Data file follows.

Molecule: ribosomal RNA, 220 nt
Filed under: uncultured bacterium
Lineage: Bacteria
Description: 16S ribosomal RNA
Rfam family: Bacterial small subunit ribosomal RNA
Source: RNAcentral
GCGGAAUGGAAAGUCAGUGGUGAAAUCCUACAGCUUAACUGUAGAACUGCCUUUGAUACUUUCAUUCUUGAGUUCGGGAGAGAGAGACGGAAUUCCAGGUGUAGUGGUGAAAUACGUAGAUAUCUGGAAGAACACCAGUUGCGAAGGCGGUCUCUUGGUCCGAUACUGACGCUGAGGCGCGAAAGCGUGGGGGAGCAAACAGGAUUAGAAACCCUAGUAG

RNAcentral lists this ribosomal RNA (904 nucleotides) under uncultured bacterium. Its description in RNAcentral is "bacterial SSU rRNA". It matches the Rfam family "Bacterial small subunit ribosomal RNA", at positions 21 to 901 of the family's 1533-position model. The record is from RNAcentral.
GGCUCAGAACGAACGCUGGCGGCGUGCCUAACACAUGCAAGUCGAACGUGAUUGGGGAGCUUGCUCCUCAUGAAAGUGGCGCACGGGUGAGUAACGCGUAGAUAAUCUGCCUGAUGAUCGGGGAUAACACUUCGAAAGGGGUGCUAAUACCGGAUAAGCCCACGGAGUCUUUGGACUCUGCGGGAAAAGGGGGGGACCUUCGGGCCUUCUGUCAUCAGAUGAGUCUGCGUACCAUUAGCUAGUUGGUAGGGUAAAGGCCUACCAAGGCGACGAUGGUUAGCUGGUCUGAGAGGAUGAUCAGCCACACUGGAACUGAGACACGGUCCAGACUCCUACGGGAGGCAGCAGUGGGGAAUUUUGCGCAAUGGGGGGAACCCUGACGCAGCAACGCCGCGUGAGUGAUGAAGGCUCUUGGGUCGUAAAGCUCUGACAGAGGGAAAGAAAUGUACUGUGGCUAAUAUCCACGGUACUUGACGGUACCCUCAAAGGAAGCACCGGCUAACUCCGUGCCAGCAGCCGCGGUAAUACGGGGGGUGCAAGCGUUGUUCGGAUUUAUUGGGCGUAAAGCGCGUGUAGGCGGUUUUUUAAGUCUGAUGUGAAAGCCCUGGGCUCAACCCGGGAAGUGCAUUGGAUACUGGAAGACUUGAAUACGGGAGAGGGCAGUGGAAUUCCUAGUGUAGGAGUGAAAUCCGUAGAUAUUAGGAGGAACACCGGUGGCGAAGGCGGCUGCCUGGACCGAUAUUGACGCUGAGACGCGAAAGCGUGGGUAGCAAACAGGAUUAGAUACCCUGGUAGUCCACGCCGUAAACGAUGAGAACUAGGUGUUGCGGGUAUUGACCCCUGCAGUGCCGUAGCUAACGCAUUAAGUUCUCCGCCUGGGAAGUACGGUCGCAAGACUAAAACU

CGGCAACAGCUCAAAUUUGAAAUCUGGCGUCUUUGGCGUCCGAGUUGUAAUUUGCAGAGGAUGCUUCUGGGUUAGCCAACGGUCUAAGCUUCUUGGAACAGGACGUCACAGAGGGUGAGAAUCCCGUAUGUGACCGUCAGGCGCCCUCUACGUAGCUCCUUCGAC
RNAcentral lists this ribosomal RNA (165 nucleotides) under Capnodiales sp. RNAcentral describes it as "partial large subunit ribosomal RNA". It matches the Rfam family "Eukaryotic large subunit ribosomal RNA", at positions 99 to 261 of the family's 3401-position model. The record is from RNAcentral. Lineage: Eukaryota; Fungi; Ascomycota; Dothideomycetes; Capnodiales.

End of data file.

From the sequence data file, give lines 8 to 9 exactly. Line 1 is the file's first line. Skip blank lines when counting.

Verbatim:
RNAcentral lists this ribosomal RNA (904 nucleotides) under uncultured bacterium. Its description in RNAcentral is "bacterial SSU rRNA". It matches the Rfam family "Bacterial small subunit ribosomal RNA", at positions 21 to 901 of the family's 1533-position model. The record is from RNAcentral.
GGCUCAGAACGAACGCUGGCGGCGUGCCUAACACAUGCAAGUCGAACGUGAUUGGGGAGCUUGCUCCUCAUGAAAGUGGCGCACGGGUGAGUAACGCGUAGAUAAUCUGCCUGAUGAUCGGGGAUAACACUUCGAAAGGGGUGCUAAUACCGGAUAAGCCCACGGAGUCUUUGGACUCUGCGGGAAAAGGGGGGGACCUUCGGGCCUUCUGUCAUCAGAUGAGUCUGCGUACCAUUAGCUAGUUGGUAGGGUAAAGGCCUACCAAGGCGACGAUGGUUAGCUGGUCUGAGAGGAUGAUCAGCCACACUGGAACUGAGACACGGUCCAGACUCCUACGGGAGGCAGCAGUGGGGAAUUUUGCGCAAUGGGGGGAACCCUGACGCAGCAACGCCGCGUGAGUGAUGAAGGCUCUUGGGUCGUAAAGCUCUGACAGAGGGAAAGAAAUGUACUGUGGCUAAUAUCCACGGUACUUGACGGUACCCUCAAAGGAAGCACCGGCUAACUCCGUGCCAGCAGCCGCGGUAAUACGGGGGGUGCAAGCGUUGUUCGGAUUUAUUGGGCGUAAAGCGCGUGUAGGCGGUUUUUUAAGUCUGAUGUGAAAGCCCUGGGCUCAACCCGGGAAGUGCAUUGGAUACUGGAAGACUUGAAUACGGGAGAGGGCAGUGGAAUUCCUAGUGUAGGAGUGAAAUCCGUAGAUAUUAGGAGGAACACCGGUGGCGAAGGCGGCUGCCUGGACCGAUAUUGACGCUGAGACGCGAAAGCGUGGGUAGCAAACAGGAUUAGAUACCCUGGUAGUCCACGCCGUAAACGAUGAGAACUAGGUGUUGCGGGUAUUGACCCCUGCAGUGCCGUAGCUAACGCAUUAAGUUCUCCGCCUGGGAAGUACGGUCGCAAGACUAAAACU